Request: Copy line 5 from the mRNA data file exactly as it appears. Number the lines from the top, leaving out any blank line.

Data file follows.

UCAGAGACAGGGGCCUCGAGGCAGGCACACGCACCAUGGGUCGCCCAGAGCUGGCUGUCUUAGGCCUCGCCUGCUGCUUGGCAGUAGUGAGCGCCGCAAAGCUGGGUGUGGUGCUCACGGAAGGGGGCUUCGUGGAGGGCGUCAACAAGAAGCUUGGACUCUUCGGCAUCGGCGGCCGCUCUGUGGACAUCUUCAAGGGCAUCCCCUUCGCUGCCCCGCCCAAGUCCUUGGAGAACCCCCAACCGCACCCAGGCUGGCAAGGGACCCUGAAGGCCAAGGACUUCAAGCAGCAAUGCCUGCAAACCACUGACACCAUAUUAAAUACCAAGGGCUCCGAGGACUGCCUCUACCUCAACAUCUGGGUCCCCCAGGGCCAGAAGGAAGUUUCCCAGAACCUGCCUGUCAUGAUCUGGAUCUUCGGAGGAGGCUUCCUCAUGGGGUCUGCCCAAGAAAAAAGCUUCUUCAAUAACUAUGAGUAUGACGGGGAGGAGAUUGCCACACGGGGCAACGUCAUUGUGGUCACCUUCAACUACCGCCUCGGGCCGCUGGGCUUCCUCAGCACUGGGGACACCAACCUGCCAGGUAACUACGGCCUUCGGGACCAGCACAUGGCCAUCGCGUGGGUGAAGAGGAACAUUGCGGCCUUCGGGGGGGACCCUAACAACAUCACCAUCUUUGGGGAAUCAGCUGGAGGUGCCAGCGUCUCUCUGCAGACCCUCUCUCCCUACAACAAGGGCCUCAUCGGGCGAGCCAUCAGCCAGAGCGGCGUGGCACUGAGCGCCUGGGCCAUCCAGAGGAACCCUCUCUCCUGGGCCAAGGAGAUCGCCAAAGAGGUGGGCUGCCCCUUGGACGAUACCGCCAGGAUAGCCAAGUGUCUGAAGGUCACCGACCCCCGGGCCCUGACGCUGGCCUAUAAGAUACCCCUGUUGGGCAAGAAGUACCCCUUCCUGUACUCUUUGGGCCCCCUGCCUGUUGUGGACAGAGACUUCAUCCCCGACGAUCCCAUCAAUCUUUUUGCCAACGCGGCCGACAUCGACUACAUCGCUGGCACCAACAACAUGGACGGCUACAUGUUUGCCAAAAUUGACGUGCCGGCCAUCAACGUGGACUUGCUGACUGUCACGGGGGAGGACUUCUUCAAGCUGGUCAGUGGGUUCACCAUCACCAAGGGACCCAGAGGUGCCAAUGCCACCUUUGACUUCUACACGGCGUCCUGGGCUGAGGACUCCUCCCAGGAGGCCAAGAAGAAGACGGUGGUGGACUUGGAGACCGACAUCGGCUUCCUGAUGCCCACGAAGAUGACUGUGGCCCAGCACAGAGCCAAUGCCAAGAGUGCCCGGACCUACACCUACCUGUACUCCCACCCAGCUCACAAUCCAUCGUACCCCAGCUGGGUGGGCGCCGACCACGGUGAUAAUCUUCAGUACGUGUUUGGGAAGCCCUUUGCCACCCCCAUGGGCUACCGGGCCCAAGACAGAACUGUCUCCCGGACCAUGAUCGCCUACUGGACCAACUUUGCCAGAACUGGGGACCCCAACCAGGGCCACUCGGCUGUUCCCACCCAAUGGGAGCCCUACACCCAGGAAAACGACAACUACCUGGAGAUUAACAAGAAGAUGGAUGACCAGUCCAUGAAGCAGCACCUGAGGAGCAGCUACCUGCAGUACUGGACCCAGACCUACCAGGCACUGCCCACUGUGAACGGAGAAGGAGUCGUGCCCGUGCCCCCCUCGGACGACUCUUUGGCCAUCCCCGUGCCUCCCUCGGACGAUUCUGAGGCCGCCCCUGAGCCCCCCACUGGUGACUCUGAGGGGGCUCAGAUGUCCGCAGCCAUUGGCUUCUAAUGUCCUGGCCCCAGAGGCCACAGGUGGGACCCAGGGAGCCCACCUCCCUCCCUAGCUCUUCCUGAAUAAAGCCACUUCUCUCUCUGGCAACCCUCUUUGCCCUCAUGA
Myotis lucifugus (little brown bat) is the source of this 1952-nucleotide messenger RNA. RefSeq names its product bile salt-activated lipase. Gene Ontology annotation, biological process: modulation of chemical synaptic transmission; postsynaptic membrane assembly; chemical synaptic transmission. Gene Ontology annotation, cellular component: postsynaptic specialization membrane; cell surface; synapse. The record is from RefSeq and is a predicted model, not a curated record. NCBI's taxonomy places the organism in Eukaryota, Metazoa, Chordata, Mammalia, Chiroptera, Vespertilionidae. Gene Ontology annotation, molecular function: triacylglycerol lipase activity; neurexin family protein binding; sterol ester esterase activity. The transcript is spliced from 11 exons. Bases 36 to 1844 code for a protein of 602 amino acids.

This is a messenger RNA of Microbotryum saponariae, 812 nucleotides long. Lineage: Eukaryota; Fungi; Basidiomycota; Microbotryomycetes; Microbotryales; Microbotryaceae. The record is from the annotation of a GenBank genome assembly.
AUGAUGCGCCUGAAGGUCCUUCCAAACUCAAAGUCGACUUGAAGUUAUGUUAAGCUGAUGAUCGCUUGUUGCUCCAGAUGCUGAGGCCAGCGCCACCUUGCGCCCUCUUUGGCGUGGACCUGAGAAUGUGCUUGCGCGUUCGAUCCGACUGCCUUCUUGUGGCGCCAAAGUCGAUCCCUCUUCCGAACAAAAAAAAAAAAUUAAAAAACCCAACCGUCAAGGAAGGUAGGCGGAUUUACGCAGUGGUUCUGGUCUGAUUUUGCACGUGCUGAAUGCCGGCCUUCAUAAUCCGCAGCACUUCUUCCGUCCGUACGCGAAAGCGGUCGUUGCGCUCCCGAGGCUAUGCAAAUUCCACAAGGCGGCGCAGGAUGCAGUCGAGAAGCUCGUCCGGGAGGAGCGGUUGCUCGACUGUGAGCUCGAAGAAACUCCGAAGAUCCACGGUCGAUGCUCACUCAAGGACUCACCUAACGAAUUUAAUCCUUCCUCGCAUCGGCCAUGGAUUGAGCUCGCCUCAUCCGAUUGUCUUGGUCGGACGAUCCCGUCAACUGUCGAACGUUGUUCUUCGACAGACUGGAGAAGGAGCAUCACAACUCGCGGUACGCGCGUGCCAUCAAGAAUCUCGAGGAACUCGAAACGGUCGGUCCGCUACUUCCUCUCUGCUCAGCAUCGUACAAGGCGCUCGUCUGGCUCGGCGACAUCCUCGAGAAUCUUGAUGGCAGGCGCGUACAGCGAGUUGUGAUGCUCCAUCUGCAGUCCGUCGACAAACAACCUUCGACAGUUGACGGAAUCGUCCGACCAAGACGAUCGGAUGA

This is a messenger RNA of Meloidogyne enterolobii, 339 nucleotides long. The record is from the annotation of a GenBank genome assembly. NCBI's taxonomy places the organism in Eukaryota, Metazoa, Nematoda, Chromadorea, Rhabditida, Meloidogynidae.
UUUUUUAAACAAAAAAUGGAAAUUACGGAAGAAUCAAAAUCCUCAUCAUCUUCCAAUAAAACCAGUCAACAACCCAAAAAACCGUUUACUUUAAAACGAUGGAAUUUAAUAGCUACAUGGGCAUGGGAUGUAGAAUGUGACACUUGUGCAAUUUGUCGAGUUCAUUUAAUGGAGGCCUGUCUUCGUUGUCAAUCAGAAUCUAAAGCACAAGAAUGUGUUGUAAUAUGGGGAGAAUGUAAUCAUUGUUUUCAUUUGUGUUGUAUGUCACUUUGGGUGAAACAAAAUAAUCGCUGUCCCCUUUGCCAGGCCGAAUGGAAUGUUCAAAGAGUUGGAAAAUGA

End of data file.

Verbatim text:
This is a messenger RNA of Meloidogyne enterolobii, 339 nucleotides long. The record is from the annotation of a GenBank genome assembly. NCBI's taxonomy places the organism in Eukaryota, Metazoa, Nematoda, Chromadorea, Rhabditida, Meloidogynidae.